Also, I totally understand that there is a fine line between honoring the past, and appropriating it for your own purposes. I have issues with using the past to make money (in a for-profit sense) in general, but have mostly just come to accept that it happens and there’s nothing I can do about it. But I think that the article’s argument doesn’t give a good justification for these uses falling on the side of appropriation, beyond the tired old “oldtimes > newcomers”. *sigh*
A New Twist on the Same Old Argument
I couldn’t help but groan in both instances. First of all, the original article is yet another round of “Those damn white kids are taking over my city!” Now, I dislike spoiled, entitled rich kids of any race or ethnicity as much as the next person–my issue with this line is that I’m always getting lumped in with them. The tendency of people who don’t know me is to assume that I’m “white”–this is problematic on a number of levels, and a discussion I’ll save for another time. Also, you know the part where I just moved to North Petworth for cheap rent? Yeah, I have a master’s degree, I’m “white”, and I’ve been priced out of most of the “cool” parts of DC too! So I get really annoyed when “old timers” here in DC assume I’m just another rich white hipster.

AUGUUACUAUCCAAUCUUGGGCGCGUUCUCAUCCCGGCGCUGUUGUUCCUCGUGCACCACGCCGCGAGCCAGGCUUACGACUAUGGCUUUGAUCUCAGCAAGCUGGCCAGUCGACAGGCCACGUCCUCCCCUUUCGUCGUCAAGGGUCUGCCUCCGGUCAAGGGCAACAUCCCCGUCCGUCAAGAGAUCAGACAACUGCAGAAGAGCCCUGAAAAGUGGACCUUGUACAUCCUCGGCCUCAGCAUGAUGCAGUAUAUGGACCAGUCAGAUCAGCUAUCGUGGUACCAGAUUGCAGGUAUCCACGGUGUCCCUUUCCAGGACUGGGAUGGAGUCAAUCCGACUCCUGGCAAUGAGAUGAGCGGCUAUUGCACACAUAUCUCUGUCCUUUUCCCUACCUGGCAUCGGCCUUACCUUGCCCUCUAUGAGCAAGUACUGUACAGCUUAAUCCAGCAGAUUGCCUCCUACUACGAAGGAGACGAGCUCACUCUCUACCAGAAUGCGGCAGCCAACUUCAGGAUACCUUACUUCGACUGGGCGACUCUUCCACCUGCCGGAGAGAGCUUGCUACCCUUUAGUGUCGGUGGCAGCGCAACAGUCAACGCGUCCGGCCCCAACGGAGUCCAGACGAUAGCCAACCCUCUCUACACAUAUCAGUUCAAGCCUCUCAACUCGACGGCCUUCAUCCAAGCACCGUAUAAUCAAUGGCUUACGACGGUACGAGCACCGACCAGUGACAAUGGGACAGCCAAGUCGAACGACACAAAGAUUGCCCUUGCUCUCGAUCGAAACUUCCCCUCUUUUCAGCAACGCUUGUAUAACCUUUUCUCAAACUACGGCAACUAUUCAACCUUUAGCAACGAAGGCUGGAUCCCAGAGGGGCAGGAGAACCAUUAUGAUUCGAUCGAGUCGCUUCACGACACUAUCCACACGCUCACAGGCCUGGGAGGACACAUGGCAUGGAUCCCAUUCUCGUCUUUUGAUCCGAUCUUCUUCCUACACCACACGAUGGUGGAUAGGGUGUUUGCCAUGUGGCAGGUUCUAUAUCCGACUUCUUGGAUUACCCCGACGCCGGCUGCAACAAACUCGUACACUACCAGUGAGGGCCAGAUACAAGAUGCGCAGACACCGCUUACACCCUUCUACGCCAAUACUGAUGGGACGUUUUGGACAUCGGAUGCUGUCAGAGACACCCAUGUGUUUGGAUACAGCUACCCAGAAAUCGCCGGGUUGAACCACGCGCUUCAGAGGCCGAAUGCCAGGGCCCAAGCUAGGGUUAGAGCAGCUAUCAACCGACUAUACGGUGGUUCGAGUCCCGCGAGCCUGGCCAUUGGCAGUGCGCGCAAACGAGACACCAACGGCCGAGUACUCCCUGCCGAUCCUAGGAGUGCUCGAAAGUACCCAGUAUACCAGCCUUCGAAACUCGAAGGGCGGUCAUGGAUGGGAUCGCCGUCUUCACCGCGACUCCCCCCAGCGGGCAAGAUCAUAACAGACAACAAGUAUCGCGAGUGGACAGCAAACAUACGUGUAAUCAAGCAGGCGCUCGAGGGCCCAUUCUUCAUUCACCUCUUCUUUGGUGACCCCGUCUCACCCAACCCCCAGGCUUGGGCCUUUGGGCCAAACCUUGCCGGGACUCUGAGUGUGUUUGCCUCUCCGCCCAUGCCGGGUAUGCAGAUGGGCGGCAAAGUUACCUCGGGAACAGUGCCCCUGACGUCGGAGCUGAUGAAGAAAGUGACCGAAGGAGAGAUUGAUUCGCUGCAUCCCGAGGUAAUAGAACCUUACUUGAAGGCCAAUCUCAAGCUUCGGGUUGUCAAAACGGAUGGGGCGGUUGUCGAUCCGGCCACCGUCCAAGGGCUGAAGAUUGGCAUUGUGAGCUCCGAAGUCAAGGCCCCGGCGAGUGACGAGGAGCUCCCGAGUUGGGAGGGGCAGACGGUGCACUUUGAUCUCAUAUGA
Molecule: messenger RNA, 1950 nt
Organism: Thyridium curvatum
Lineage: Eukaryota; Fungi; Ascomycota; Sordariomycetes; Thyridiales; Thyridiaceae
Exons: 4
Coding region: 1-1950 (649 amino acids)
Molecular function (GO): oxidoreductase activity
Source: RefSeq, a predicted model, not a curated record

Also, as a historian, I take a lot of issue with the glorification of the past, whether it’s dreaming of the “good old days” of 1950s white suburbia, the antebellum south, or DC the Chocolate City. We still have a shit-ton of issues as a society (and as a city) today, but the tendency among many people to look back at the “better days” of whatever past is their chosen “ideal” drives me batty.
And the Prince of Petworth piece adds a new level of ridiculousness! Now instead of just being “oldtimers” (generally African American) vs. newcomers (generally white), it’s now also “first wave” gentrifiers vs. more recent transplants. No matter how you dice it, the assumption that I am not capable of loving and respecting the city of DC because I’ve only lived here for 6 years is beyond insulting and infuriating. Yes, a lot of “white” professional 20-somethings don’t see DC as a permanent home–to many it’s just a stepping stone on their career ladder before they move on to another place. But for people like me, DC IS HOME. I’m sorry I wasn’t born here. I’m sorry I was only born in the 1980s. I’m sorry that I didn’t move here until 2006. But all of that is beyond my control! Looking down on me because I didn’t live in DC during the “good old days” of the 1980s or whatever (because now we’re apparently wishing DC still had “soul” like it did in the 1980s o_O) is completely insane.
Okay, I’m done with this rant, I promise. And eventually I might even go back to posting about decorating my apartment! 😛
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